Perisomena caesigena
per-ih-soh-MEE-nuh mm see-sih-GEE-nuh
(Kupido, 1825) Saturnia

Perisomena caecigena (male) by Leroy Simon


Superfamily: Bombycoidea, Latreille, 1802
Family: Saturniidae, Boisduval, [1837] 1834
Subfamily: Saturniinae, Boisduval, [1837] 1834
Tribe: Saturniini, Boisduval, [1837] 1834
Genus:Perisomena, Walker, 1855


"Moon River"
copyright C. Odenkirk

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There is an isolated population of Perisomena caecigena in the Abruzzi Mountains of central Italy. To the east, caesigena (wingspan 62-88mm) flies from southeastern Austria, Slovenia and Hungary through Croatia, Serbia, Albania, the western Ukraine, Romania, Bulgaria and Greece to most of Turkey, Cyprus, and the Caucasus Mountains of the Republic of Georgia, Armenia and Azerbaijan. There is also an isolated population in the mountains of Lebanon.

Perisomena caecigena is celebrated on, what I believe is, a postage stamp from Bulgaria.


This nocturnal species inhabits dry, shrubby, open woodlands populated with oaks, the favorite larval foodplants. Males start to fly in late September through early November as soon as darkness falls, preferring cool, moist conditions.

Photo (female) by Leroy Simon.


This species starts to emerge after the onset of cool autumn nights, having spent the late summer as a pupa.

Females, which are less colourful than males, extend a scent gland at the posterior tip of the abdomen to call in the males who use their highly developed antennae to pick up and hone in on the scent plume.


In late fall, females lay up to 100 rectangular, 2.5 x 2mm, glossy cream coloured eggs in batches of up to six on the twigs of trees.

A sticky glue keeps the ova affixed to the twigs throughout winter. Eggs hatch the following spring with the onset of warmer weather.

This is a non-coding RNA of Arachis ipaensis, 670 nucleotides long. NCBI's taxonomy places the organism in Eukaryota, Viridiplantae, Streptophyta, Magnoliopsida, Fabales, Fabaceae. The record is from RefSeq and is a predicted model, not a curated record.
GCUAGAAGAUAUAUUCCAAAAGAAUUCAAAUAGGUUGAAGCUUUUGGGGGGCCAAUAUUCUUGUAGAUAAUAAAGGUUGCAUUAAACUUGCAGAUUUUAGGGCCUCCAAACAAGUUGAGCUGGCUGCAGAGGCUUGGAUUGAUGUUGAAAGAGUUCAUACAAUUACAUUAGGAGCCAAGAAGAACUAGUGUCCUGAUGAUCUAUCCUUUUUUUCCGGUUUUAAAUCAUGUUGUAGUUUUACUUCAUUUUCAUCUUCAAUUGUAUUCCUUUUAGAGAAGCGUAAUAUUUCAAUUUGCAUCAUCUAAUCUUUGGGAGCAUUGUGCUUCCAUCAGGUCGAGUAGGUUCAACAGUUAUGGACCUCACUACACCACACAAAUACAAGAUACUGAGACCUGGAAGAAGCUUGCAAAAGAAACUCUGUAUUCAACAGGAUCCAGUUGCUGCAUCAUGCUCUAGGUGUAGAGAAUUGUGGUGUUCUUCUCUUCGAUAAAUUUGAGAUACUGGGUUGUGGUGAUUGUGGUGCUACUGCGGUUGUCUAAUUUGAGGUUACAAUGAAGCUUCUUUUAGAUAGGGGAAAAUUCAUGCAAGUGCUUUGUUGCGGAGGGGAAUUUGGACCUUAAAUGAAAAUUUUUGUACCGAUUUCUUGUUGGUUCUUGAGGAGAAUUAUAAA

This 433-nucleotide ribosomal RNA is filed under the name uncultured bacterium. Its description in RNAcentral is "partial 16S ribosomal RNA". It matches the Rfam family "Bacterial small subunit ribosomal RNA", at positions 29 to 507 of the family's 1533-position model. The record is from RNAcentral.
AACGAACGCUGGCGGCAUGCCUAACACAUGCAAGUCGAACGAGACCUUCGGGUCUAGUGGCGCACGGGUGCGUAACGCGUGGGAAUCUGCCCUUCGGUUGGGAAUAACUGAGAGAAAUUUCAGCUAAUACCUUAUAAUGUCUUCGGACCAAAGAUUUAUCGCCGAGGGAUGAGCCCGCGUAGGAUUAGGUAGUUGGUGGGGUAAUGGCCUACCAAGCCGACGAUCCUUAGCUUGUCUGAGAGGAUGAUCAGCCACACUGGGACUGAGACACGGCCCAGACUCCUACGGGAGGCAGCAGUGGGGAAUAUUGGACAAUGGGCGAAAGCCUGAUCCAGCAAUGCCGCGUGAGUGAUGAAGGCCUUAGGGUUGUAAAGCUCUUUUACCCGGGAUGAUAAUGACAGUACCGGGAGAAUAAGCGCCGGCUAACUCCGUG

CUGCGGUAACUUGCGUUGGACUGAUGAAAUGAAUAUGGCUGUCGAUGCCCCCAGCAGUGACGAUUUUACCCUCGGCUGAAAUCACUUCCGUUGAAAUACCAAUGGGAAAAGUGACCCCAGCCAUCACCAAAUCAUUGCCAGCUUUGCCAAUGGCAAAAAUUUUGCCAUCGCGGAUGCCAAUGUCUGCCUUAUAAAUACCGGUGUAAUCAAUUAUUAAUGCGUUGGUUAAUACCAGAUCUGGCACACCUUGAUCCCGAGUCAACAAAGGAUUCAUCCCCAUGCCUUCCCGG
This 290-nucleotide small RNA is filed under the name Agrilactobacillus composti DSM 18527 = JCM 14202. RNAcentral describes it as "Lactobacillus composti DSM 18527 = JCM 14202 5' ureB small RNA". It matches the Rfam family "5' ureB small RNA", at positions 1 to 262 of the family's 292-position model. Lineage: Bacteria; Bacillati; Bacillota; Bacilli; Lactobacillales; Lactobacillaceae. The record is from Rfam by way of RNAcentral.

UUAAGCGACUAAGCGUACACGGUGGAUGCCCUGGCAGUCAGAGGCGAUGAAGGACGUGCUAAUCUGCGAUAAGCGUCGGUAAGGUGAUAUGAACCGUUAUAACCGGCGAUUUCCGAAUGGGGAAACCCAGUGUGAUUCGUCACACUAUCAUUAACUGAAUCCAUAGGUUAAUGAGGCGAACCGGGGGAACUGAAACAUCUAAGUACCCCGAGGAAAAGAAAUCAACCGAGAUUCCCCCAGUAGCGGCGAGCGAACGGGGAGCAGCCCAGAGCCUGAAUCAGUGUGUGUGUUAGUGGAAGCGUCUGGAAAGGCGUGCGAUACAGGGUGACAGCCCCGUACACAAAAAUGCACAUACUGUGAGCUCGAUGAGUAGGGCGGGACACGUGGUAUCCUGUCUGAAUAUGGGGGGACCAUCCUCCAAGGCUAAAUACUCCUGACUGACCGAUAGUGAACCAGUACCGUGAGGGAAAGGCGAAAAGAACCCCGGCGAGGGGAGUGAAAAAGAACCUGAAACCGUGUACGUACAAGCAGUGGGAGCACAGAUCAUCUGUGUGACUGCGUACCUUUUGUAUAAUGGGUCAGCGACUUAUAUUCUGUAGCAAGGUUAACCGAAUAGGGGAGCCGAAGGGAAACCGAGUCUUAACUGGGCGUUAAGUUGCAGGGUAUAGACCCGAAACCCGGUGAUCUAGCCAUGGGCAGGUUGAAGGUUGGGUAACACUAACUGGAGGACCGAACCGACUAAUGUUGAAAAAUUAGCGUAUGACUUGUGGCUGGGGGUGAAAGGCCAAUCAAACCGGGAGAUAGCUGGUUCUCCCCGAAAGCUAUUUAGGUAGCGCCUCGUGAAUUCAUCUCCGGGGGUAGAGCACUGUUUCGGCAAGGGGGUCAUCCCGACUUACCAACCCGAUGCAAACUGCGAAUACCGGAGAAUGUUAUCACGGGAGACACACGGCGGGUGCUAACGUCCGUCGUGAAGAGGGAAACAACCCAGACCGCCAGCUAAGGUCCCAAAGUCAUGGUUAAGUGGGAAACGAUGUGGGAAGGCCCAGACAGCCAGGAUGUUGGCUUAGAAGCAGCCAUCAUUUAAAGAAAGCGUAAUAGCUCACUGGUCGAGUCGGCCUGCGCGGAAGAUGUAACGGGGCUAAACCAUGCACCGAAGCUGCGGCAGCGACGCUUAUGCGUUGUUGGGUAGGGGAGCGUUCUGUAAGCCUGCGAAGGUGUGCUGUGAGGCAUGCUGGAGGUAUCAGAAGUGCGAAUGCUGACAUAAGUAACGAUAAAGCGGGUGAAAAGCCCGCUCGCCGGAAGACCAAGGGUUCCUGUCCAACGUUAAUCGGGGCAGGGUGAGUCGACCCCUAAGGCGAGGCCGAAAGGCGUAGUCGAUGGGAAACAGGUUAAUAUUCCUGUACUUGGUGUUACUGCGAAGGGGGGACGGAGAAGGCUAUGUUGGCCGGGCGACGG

The newly-hatched, 4.5mm long larvae consume part of their eggshells and then wander off some distance to find suitable resting sites among the unfurling spring oak leaves.

Scans by K. Himmelbauer.

Growth is rapid, and larvae shed skins to move into the second instar in roughly one week. Here larva is on Quercus robur.

In addition to oak species, larvae also accept ash, black poplar, white poplar, cherry and pear.

Colouration changes rather dramatically in moving from second to third instar to the right.

The final two instars will reveal larvae with less "hair" on a green body.

As they enter fourth instar and when fully grown, they are similar to the larvae of Saturnia pavonia, being pale green with six small yellowish tubercles per segment, a yellow subspiracular band on the abdominal segments, and long white hairs on the tubercles.

The larvae require hot, dry conditions and reach 60 mm at maturity in the fifth and final instar with little colour change from the fourth instar. There is some colour variation among larval groups with white or a very pale yellow replacing bright yellow tubercles and subspiracle line.

A clear brown pupa with a fine grey pubescence is formed in a 35mm, dark brown, double-walled cocoon.

The inner wall is of a fine mesh, with the outer being coarser. The pupa is clearly visible through both layers of the cocoon which is spun up among twigs and leaves.

The outline of the male antennae are clearly visible in this image courtesy of Tony Pittaway.

Listed below are the primary food plant(s) and alternate food plants listed in Stephen E. Stone's Foodplants of World Saturniidae. It is hoped that this alphabetical listing followed by the common name of the foodplant will prove useful. The list is not exhaustive. Experimenting with closely related foodplants is worthwhile.

Populus nigra
P. alba
Pyrus communis
Quercus robur......
Q. petraea
Q. pubescens
Q. cerris
Quercus nigra
Q. suber
Q. ilex

Black poplar
White poplar
English oak
Durmast oak
Turkey oak
Water oak
Holly/Holm oak

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